People who used the service were unable to verbally communicate with us due to their mental capacity. We therefore spoke with relatives of people who used the service. Relatives told us that they were satisfied with the care and services provided. They said they were confident that people were treated with respect and they were safe when cared for by care workers. They spoke positively about care workers and management at the service.

We checked the arrangements in place in respect of medicines. Care workers had received medicines training and policies and procedures were in place. We looked at a sample of Medicines Administration Records (MARs) and found that there were some gaps in these. The provider confirmed that the medicines had been administered but had not been recorded appropriately on the MARs. The service did not have an effective medicines audit in place to identify these gaps. We found a breach in regulations in respect of this.

Systems and processes were in place to help protect people from the risk of harm and care workers demonstrated that they were aware of these. Care workers had received training in safeguarding adults and knew how to recognise and report any concerns or allegations of abuse. Risk assessments had been carried out and care workers were aware of potential risks to people and how to protect people from harm. These included details of the triggers and warning signs which indicated when people were upset and how to support people appropriately.

People told us their care workers turned up on time and they received the same care worker on a regular basis and had consistency in the level of care they received.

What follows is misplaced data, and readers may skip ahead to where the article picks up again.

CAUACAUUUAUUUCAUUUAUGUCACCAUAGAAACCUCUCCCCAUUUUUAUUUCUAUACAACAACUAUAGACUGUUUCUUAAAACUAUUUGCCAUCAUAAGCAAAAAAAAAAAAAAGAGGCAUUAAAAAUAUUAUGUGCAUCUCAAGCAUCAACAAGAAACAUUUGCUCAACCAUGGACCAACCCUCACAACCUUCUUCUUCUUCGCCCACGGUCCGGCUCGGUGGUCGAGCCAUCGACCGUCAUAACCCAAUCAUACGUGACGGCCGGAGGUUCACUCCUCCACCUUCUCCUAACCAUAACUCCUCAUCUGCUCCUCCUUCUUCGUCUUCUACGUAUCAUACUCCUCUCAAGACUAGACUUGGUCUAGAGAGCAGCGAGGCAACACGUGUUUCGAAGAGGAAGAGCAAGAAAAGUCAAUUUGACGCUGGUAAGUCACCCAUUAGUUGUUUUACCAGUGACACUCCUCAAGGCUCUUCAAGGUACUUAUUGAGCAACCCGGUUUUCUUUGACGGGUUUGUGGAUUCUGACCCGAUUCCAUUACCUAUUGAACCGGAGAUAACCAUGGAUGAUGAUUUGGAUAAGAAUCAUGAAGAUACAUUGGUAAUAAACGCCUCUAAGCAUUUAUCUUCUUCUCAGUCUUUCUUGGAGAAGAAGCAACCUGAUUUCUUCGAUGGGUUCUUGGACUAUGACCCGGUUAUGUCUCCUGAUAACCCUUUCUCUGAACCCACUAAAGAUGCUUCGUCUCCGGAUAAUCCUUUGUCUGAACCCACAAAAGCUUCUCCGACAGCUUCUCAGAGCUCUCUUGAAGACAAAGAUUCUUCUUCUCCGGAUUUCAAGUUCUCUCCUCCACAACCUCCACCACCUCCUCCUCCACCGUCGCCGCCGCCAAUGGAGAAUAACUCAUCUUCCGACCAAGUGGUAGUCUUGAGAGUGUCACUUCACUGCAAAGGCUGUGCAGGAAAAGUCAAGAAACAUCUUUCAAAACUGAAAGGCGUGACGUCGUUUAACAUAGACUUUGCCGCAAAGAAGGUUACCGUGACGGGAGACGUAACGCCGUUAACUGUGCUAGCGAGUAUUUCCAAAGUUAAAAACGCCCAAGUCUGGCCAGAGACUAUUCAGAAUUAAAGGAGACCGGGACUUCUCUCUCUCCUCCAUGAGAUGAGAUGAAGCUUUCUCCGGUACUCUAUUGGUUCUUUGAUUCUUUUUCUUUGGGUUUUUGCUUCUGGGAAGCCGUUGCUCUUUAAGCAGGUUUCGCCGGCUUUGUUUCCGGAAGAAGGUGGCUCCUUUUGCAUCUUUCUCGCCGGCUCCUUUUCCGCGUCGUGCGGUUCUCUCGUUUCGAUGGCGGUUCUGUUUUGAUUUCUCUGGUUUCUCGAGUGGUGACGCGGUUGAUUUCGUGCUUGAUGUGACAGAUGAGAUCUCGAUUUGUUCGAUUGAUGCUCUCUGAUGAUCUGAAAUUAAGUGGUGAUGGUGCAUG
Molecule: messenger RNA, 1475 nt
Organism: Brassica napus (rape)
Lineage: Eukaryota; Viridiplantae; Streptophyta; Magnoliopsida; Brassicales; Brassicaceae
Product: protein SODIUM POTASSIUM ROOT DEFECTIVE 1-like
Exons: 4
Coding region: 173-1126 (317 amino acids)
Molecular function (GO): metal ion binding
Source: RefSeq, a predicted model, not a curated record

People were cared for by care workers that were supported to have the necessary knowledge and skills they needed to carry out their roles and responsibilities. Care workers spoke positively about their experiences working for the service and said that they received support from management and morale amongst staff was positive.

Care workers had a good understanding of and were aware of the importance of treating people with respect and dignity. They also understood what privacy and dignity meant in relation to supporting people with personal care. Feedback from relatives indicated that positive relationships had developed between people using the service and their care worker and people were treated with dignity and respect.

People received care that was responsive to their needs. People’s daily routines were reflected in their care plans and the service encouraged and prompted people’s independence. Care plans included information about people’s preferences.

The service had a complaints procedure and there was a record of complaints received. Relatives spoke positively about the service and told us they thought it was well managed. There was a clear management structure in place with a team of care workers, office staff and the registered manager.

Systems were in place to monitor and im